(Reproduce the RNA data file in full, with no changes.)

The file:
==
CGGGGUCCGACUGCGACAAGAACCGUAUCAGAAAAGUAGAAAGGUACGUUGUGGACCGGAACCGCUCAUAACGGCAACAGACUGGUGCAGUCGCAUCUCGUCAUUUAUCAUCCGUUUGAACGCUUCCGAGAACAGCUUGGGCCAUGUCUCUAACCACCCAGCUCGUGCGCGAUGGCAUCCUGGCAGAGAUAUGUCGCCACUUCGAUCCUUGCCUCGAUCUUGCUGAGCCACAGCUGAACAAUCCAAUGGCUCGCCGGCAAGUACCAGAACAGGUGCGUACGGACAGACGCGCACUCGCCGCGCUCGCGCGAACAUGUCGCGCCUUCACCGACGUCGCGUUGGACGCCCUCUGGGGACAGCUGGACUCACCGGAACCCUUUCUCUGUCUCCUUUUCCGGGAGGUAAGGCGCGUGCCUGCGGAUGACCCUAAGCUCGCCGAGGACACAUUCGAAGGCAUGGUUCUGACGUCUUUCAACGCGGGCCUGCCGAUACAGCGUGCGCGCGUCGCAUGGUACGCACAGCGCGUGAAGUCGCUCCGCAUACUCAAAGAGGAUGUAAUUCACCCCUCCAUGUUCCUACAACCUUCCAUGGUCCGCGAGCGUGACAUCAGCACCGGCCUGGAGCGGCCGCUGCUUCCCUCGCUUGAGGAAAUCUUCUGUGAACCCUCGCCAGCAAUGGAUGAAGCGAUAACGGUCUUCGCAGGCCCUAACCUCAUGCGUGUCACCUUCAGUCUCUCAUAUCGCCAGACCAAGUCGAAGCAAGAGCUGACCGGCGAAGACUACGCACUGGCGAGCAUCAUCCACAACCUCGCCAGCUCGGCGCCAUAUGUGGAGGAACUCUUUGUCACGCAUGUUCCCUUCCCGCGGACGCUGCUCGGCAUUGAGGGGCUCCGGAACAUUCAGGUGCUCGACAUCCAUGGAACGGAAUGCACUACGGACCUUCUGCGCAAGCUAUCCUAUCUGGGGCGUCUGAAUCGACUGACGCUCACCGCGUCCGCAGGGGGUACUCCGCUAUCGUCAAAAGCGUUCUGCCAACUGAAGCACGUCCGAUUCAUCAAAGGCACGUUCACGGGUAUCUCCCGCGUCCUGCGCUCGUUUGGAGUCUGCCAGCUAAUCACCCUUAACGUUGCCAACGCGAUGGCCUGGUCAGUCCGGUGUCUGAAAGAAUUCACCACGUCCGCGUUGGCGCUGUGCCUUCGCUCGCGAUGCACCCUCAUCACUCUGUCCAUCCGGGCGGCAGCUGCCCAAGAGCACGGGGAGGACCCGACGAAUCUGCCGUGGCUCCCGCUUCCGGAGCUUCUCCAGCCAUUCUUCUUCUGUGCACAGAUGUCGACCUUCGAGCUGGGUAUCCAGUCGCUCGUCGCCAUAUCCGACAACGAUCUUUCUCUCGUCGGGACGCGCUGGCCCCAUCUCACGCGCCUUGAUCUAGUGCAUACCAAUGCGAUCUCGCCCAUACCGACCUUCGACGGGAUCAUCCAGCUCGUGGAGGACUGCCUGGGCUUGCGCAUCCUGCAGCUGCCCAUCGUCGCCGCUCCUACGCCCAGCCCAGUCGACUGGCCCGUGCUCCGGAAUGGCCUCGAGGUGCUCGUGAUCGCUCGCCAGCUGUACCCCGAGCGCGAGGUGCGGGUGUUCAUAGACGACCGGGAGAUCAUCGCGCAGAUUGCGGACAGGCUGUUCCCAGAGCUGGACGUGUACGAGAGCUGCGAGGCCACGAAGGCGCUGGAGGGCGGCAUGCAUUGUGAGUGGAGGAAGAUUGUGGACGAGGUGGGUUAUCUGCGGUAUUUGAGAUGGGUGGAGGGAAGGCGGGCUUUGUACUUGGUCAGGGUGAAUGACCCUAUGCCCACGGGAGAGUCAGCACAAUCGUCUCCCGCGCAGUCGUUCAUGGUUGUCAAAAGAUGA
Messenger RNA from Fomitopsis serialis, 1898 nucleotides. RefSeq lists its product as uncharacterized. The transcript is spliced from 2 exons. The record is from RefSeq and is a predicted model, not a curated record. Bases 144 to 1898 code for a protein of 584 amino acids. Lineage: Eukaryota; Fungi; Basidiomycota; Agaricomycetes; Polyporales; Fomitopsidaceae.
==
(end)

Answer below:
CGGGGUCCGACUGCGACAAGAACCGUAUCAGAAAAGUAGAAAGGUACGUUGUGGACCGGAACCGCUCAUAACGGCAACAGACUGGUGCAGUCGCAUCUCGUCAUUUAUCAUCCGUUUGAACGCUUCCGAGAACAGCUUGGGCCAUGUCUCUAACCACCCAGCUCGUGCGCGAUGGCAUCCUGGCAGAGAUAUGUCGCCACUUCGAUCCUUGCCUCGAUCUUGCUGAGCCACAGCUGAACAAUCCAAUGGCUCGCCGGCAAGUACCAGAACAGGUGCGUACGGACAGACGCGCACUCGCCGCGCUCGCGCGAACAUGUCGCGCCUUCACCGACGUCGCGUUGGACGCCCUCUGGGGACAGCUGGACUCACCGGAACCCUUUCUCUGUCUCCUUUUCCGGGAGGUAAGGCGCGUGCCUGCGGAUGACCCUAAGCUCGCCGAGGACACAUUCGAAGGCAUGGUUCUGACGUCUUUCAACGCGGGCCUGCCGAUACAGCGUGCGCGCGUCGCAUGGUACGCACAGCGCGUGAAGUCGCUCCGCAUACUCAAAGAGGAUGUAAUUCACCCCUCCAUGUUCCUACAACCUUCCAUGGUCCGCGAGCGUGACAUCAGCACCGGCCUGGAGCGGCCGCUGCUUCCCUCGCUUGAGGAAAUCUUCUGUGAACCCUCGCCAGCAAUGGAUGAAGCGAUAACGGUCUUCGCAGGCCCUAACCUCAUGCGUGUCACCUUCAGUCUCUCAUAUCGCCAGACCAAGUCGAAGCAAGAGCUGACCGGCGAAGACUACGCACUGGCGAGCAUCAUCCACAACCUCGCCAGCUCGGCGCCAUAUGUGGAGGAACUCUUUGUCACGCAUGUUCCCUUCCCGCGGACGCUGCUCGGCAUUGAGGGGCUCCGGAACAUUCAGGUGCUCGACAUCCAUGGAACGGAAUGCACUACGGACCUUCUGCGCAAGCUAUCCUAUCUGGGGCGUCUGAAUCGACUGACGCUCACCGCGUCCGCAGGGGGUACUCCGCUAUCGUCAAAAGCGUUCUGCCAACUGAAGCACGUCCGAUUCAUCAAAGGCACGUUCACGGGUAUCUCCCGCGUCCUGCGCUCGUUUGGAGUCUGCCAGCUAAUCACCCUUAACGUUGCCAACGCGAUGGCCUGGUCAGUCCGGUGUCUGAAAGAAUUCACCACGUCCGCGUUGGCGCUGUGCCUUCGCUCGCGAUGCACCCUCAUCACUCUGUCCAUCCGGGCGGCAGCUGCCCAAGAGCACGGGGAGGACCCGACGAAUCUGCCGUGGCUCCCGCUUCCGGAGCUUCUCCAGCCAUUCUUCUUCUGUGCACAGAUGUCGACCUUCGAGCUGGGUAUCCAGUCGCUCGUCGCCAUAUCCGACAACGAUCUUUCUCUCGUCGGGACGCGCUGGCCCCAUCUCACGCGCCUUGAUCUAGUGCAUACCAAUGCGAUCUCGCCCAUACCGACCUUCGACGGGAUCAUCCAGCUCGUGGAGGACUGCCUGGGCUUGCGCAUCCUGCAGCUGCCCAUCGUCGCCGCUCCUACGCCCAGCCCAGUCGACUGGCCCGUGCUCCGGAAUGGCCUCGAGGUGCUCGUGAUCGCUCGCCAGCUGUACCCCGAGCGCGAGGUGCGGGUGUUCAUAGACGACCGGGAGAUCAUCGCGCAGAUUGCGGACAGGCUGUUCCCAGAGCUGGACGUGUACGAGAGCUGCGAGGCCACGAAGGCGCUGGAGGGCGGCAUGCAUUGUGAGUGGAGGAAGAUUGUGGACGAGGUGGGUUAUCUGCGGUAUUUGAGAUGGGUGGAGGGAAGGCGGGCUUUGUACUUGGUCAGGGUGAAUGACCCUAUGCCCACGGGAGAGUCAGCACAAUCGUCUCCCGCGCAGUCGUUCAUGGUUGUCAAAAGAUGA
Messenger RNA from Fomitopsis serialis, 1898 nucleotides. RefSeq lists its product as uncharacterized. The transcript is spliced from 2 exons. The record is from RefSeq and is a predicted model, not a curated record. Bases 144 to 1898 code for a protein of 584 amino acids. Lineage: Eukaryota; Fungi; Basidiomycota; Agaricomycetes; Polyporales; Fomitopsidaceae.